I. whereas the right to food is recognised in the Universal Declaration of Human Rights of 1948;

    J. whereas the global food system is in crisis, with food being treated as a private good in today’s industrial food system rather than as a common good, which would help the transition towards a sustainable food system that is fairer to both food producers and consumers;

    1. Notes that the decision taken by the United States to impose countermeasures on the EU as a result of the Airbus dispute was approved by the WTO Dispute Settlement Body; calls on the Commission to support a reform of the WTO so that its remit includes assessing the implications of trade policy on conformity with the Paris Agreement and the achievement of the Sustainable Development Goals (SDGs);

    2. Stresses that these tariffs will not only have a considerable negative impact on those Member States and products targeted, but also on the whole agricultural sector and agri-food chain across the EU;

    3. Deeply regrets the lack of engagement by the US with the EU’s attempts to find a timely negotiated solution in advance of the application of the tariffs and urges the Commission to keep negotiations open in order to find a swift solution and de-escalate the rising trade tensions between the two parties;

    4. Considers that no share in the tariff rate quota for high-quality beef should be allocated to the US as long as there is no meaningful engagement to resolve the Boeing-Airbus case and as long as this country blocks the replacement of any members of the WTO Appellate Body and rejects all proposals to launch the selection process to fill the remaining vacancies;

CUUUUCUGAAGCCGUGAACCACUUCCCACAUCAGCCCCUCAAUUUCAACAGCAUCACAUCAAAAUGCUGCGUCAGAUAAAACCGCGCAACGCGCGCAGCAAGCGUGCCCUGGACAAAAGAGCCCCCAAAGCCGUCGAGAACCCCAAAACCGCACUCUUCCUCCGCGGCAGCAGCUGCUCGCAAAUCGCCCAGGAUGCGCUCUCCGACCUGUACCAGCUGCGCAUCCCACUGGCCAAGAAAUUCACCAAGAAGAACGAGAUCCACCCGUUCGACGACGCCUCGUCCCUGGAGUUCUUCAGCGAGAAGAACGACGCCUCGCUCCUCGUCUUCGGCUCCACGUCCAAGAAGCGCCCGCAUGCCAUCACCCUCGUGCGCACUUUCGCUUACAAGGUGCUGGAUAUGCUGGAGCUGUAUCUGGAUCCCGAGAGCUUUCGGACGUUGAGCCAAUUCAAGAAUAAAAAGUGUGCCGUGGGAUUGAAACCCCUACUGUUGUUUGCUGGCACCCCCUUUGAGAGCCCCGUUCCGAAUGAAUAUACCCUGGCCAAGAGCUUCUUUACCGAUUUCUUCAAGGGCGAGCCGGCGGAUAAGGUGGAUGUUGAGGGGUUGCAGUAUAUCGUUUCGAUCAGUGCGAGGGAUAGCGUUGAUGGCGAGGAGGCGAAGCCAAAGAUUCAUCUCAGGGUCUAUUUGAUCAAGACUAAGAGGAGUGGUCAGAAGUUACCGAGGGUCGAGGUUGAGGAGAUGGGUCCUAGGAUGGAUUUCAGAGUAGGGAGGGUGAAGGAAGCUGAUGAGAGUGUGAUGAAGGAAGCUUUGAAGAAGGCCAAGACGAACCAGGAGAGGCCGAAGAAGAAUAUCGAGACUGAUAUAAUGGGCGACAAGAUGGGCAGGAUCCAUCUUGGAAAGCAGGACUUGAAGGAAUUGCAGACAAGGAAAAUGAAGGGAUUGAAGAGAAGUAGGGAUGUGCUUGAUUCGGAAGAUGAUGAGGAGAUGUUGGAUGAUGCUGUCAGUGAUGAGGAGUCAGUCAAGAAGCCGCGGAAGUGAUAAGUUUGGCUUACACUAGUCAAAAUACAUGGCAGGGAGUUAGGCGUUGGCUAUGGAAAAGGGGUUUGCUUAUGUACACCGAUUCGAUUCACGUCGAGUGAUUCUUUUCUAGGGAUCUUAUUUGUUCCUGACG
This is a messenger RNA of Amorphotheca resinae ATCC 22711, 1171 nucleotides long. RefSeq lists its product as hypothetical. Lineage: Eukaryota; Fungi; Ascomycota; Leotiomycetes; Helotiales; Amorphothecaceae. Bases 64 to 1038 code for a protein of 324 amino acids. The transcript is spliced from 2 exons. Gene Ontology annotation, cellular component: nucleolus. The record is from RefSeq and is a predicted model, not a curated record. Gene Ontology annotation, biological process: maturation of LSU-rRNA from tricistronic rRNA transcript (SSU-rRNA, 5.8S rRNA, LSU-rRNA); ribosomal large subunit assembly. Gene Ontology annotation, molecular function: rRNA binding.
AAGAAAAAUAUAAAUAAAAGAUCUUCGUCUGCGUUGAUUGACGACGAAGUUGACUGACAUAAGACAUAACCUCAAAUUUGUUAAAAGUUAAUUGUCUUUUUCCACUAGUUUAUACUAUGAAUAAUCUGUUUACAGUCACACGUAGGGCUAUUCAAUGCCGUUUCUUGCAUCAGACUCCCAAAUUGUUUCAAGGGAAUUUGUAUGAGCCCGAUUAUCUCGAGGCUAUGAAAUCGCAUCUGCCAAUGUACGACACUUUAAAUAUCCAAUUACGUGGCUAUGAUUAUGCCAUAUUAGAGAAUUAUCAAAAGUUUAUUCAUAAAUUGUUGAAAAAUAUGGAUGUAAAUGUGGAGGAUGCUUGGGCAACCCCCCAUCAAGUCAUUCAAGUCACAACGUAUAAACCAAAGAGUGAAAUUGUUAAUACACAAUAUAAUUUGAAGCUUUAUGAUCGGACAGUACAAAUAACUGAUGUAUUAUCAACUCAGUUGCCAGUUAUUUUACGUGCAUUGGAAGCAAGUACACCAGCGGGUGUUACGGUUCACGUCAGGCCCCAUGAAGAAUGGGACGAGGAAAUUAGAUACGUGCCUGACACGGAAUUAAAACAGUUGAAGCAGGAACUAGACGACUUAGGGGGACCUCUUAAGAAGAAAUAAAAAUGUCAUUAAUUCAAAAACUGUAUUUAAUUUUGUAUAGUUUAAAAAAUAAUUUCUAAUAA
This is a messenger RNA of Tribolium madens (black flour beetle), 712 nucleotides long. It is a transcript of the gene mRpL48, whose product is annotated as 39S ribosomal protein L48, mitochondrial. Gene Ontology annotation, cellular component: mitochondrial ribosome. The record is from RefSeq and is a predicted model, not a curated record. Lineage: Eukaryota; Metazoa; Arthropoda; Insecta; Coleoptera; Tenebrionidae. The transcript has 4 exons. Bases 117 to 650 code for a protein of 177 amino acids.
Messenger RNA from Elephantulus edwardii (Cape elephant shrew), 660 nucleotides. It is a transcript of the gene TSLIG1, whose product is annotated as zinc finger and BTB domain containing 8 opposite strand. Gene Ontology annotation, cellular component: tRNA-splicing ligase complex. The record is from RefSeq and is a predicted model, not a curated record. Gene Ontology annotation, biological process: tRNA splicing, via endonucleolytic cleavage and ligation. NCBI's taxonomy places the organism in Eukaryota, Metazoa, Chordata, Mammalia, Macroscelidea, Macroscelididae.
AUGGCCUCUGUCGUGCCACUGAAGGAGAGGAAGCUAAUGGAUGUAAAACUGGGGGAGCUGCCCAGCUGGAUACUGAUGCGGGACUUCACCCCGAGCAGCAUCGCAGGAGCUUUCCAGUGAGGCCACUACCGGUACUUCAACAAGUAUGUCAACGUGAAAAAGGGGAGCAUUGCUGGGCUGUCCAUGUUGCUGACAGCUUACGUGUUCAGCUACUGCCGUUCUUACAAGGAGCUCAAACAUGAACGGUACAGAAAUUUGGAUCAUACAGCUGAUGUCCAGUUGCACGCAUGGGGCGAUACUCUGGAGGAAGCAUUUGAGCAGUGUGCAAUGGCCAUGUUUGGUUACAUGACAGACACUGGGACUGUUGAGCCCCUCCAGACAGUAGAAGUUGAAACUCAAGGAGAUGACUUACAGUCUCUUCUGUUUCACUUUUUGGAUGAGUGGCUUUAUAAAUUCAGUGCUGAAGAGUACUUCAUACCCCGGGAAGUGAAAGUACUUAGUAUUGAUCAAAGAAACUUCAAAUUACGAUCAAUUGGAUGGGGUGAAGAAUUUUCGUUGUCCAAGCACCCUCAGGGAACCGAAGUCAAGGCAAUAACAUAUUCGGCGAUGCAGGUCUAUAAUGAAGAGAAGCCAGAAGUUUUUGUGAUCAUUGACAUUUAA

5. Calls on the Commission to closely monitor the EU market along the entire food supply chain, in order to ascertain any disturbances that arise from the application of these sanctions and the knock-on effects of products displaced from the food supply chain;

    6. Calls for the EU, in accordance with WTO rules, to utilise available common agricultural policy instruments to enable farmers to engage in a just transition to sustainable farming practices based on short supply chains and regional production in order to insulate them to the greatest extent possible from external shocks;

    7. Stresses that the globalisation of the food supply chain has not benefited primary producers, a sector that is characterised by below-cost production, low returns and exposure to unfair trading practices due to its fragmented nature;

    8. Regrets the fact that EU agricultural policy has evolved to regard food as a commodity; strongly believes that food is a basic human right and should not be used as an offensive tool by any party in trade disputes;

    9. Calls on the Commission to take a global lead in addressing the contradiction between plentiful global food supplies and widespread malnutrition and hunger, which arises from food, one of our most basic human needs, being regarded as a commodity to be traded for profit;

    10. Stresses that EU agricultural policy must be reoriented away from the current industrialised model based on exports to third countries, which leave primary producers exposed to geopolitical events beyond their control, and towards one where food sovereignty, high-quality food, fair producer returns, environmental protection and high animal welfare standards are the primary goals;

    11. Instructs its President to forward this resolution to the Council and the Commission.

     

    Last updated: 26 November 2019